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Validating the HTML of an Eleventy site

Let's build an HTML validator for an Eleventy site. It will validate all generated pages to make sure they are valid HTML. Any errors will be reported in the terminal.

Reading time
4 min

Inspired by Matt's tweet about adding an HTML validator to his blog, I decided to build one for my site that is built with Eleventy 1.0.

My implementation is a bit different. I use the Eleventy Linter feature to run the validation and a different validator package that works offline. Let's implement it.

Add a linter

Add a new file html-validator.js next to your .eleventy.js config and export a validator function. The function will receive the content, the input path and the output path of the file processed by Eleventy:

exports.validate = function validate(content, inputPath, outputPath) {
  // TODO
  console.log("Hello from HTML validator");

Then we add the function as a linter to Eleventy. This will run our validate function whenever a file is processed by Eleventy:

const htmlValidator = require("./html-validator");

module.exports = function (eleventyConfig) {
  eleventyConfig.addLinter("html-validator", htmlValidator.validate);

Implement the validator

Next we want to validate our HTML. I use the npm package html-validate for that which works offline and comes with TypeScript definitions (which useful even if you don't use TypeScript). Install it as a dependency:

npm install -D html-validate

Now we can import the package, configure it and use it in our validate function. We first make sure that the file is an HTML file and then call validateString() to validate the content:

const { HtmlValidate, StaticConfigLoader } = require("html-validate");
const loader = new StaticConfigLoader();
const htmlValidate = new HtmlValidate(loader);

exports.validate = function validate(content, inputPath, outputPath) {
  if (!outputPath.endsWith(".html")) return;

  const validationResult = htmlValidate.validateString(content);
  console.log(`${validationResult.valid ? "✅" : "❌"} ${outputPath}`);

Start your Eleventy site and you should see the output for all generated pages in your terminal.

Store the results

We currently only output the validation result (valid or invalid) but no details. For actually fixing issues we need to know what exactly is wrong. We could print more details but doing that in the terminal is not very readable. Instead, we can store the validation result in a file.

We create a results object, store the result per file in that object and add a storeResults function that creates a JSON file. I put the file into the output directory of Eleventy but you can change that path to any other directory you like.

const fs = require("fs");

exports.results = {};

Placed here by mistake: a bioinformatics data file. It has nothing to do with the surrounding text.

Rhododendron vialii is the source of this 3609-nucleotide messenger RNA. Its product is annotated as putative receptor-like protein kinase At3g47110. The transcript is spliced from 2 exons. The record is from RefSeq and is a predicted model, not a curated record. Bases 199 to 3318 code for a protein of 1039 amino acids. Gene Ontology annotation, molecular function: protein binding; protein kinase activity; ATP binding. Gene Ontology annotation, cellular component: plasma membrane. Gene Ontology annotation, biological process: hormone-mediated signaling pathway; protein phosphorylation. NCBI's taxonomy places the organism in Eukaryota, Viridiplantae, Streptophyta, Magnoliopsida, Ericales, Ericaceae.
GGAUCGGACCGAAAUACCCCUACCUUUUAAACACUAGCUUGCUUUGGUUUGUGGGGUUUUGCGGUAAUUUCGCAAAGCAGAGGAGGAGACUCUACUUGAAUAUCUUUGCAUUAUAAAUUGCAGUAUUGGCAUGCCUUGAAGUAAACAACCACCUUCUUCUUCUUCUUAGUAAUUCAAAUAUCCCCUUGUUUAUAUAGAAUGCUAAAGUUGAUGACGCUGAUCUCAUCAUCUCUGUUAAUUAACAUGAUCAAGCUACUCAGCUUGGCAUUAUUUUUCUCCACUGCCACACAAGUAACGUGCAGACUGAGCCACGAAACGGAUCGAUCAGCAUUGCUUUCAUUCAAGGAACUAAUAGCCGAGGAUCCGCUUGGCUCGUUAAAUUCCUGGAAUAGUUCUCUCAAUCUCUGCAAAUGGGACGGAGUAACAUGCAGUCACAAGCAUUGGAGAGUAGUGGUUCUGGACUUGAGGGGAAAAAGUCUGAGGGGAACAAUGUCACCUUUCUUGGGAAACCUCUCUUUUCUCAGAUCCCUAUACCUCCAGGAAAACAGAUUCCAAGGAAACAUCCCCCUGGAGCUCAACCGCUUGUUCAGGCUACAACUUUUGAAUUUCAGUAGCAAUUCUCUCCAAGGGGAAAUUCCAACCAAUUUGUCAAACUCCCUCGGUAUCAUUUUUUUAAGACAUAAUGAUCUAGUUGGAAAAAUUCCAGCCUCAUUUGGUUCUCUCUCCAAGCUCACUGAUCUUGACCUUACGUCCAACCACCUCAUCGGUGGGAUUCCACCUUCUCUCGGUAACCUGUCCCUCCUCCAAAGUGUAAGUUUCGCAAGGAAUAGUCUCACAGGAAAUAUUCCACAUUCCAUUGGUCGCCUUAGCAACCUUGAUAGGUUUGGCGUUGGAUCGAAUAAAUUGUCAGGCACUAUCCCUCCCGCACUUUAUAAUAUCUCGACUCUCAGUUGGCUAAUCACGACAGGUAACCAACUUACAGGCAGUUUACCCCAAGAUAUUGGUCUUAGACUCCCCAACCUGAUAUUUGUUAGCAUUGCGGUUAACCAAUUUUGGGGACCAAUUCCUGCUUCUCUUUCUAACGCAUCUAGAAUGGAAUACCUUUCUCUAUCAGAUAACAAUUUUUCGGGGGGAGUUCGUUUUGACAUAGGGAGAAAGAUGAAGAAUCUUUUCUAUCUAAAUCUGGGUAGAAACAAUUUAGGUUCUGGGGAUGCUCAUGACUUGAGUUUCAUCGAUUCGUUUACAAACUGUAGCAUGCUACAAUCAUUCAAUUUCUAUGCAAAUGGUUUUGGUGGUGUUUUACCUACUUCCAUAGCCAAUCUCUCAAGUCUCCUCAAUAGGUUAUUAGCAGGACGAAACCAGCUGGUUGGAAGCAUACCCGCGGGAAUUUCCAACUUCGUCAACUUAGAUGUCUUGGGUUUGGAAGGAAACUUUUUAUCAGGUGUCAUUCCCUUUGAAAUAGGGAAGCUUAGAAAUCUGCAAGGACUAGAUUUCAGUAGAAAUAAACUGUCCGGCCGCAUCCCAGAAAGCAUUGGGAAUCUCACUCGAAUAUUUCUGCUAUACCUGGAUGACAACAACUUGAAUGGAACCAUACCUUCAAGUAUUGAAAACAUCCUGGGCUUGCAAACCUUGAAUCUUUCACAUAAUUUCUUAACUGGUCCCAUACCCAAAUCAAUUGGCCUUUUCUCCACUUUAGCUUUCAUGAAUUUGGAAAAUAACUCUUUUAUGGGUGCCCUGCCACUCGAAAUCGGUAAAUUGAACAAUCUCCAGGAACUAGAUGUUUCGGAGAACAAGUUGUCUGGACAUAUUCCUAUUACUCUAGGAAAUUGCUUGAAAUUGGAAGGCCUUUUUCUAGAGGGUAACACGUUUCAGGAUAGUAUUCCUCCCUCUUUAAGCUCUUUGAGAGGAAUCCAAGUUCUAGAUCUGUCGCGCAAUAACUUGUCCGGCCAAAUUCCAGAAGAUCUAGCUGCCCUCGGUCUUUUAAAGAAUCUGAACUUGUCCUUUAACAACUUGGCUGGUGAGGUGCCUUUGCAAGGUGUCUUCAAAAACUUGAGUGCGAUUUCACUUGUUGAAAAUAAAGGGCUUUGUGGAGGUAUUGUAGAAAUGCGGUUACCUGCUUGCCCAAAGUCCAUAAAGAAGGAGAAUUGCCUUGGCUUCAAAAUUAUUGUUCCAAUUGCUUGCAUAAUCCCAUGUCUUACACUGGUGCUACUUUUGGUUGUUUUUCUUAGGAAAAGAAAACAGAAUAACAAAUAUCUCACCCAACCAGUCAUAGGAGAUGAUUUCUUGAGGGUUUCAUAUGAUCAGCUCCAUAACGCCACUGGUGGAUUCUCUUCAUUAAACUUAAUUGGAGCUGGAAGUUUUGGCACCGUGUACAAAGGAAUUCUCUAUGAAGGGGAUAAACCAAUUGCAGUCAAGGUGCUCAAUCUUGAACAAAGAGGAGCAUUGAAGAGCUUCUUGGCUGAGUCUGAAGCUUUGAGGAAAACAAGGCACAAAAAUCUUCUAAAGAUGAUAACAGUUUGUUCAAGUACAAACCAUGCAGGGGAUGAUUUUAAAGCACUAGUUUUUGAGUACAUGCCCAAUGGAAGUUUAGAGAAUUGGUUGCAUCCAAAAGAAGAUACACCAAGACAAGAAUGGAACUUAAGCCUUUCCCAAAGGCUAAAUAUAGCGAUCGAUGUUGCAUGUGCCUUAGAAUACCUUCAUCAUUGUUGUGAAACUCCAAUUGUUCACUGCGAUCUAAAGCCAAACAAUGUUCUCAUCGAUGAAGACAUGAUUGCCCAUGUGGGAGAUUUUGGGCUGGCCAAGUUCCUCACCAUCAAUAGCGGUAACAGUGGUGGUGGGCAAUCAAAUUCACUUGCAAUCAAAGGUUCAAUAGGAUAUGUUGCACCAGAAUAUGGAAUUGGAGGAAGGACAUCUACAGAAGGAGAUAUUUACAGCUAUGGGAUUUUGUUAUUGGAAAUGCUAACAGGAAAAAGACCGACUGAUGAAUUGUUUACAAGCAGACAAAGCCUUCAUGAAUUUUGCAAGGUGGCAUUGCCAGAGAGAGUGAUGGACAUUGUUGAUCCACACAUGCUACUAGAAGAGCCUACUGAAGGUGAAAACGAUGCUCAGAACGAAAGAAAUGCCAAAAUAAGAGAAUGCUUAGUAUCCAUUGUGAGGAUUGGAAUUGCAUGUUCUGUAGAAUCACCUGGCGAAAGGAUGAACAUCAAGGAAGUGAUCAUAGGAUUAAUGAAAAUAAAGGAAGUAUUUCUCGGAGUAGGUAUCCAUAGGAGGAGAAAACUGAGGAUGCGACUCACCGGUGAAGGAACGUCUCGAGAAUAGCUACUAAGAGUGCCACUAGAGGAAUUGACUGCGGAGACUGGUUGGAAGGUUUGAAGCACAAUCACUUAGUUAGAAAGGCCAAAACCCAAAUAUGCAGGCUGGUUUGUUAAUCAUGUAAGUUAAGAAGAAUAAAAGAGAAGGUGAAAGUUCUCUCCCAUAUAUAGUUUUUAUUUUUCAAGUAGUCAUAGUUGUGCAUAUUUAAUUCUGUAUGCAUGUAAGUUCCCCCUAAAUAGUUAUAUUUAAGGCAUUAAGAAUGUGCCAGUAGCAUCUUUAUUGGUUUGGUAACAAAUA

exports.storeResults = function storeResults() {
  const content = JSON.stringify(exports.results, null, 2);
  fs.writeFileSync("_site/html-validation.json", content);

exports.validate = function validate(content, inputPath, outputPath) {
  // ...
  exports.results[outputPath] = validationResult.valid 
    ? undefined 
    : validationResult;

Finally we need to call the storeResults function after Eleventy has finished processing all files. We can do that using the eleventy.after event:

module.exports = function (eleventyConfig) {
  eleventyConfig.on("eleventy.after", htmlValidator.storeResults);
  eleventyConfig.addLinter("html-validator", htmlValidator.validate);

When running Eleventy, you should see the output for all generated pages in your terminal and the results in a JSON file.

Add more context

The validator provides the line on which each error occurred. To make the output more useful, we can add some context by adding this line of code (and some lines before and after) to the output:

exports.validate = function validate(content, inputPath, outputPath) {
  // ...

  const validationResult = htmlValidate.validateString(content);
  const lines = content.split(/\r?\n/);
  validationResult.results.forEach((result) => {
    result.messages.forEach((message) => {
      message.codeLines = lines.slice(
        // Three lines before + actual line
        Math.max(message.line - 4, 0),
        // Three lines after
        message.line + 3

  // ...

This will add the actual code to the validation result.

Configure the validator

You can configure the validator by passing a config object to the StaticConfigLoader constructor. This way you can for example disable some rules if you can't (or don't want to) fix them.

const loader = new StaticConfigLoader({
  extends: ["html-validate:recommended"],
  rules: {
    "no-trailing-whitespace": "off",

That's it. You now see if your HTML is valid and if not you can fix the errors.

I implemented this validator for my site Check it out if are interested in frontend tips but please don't inspect the HTML code, I did not yet fix the errors 🙈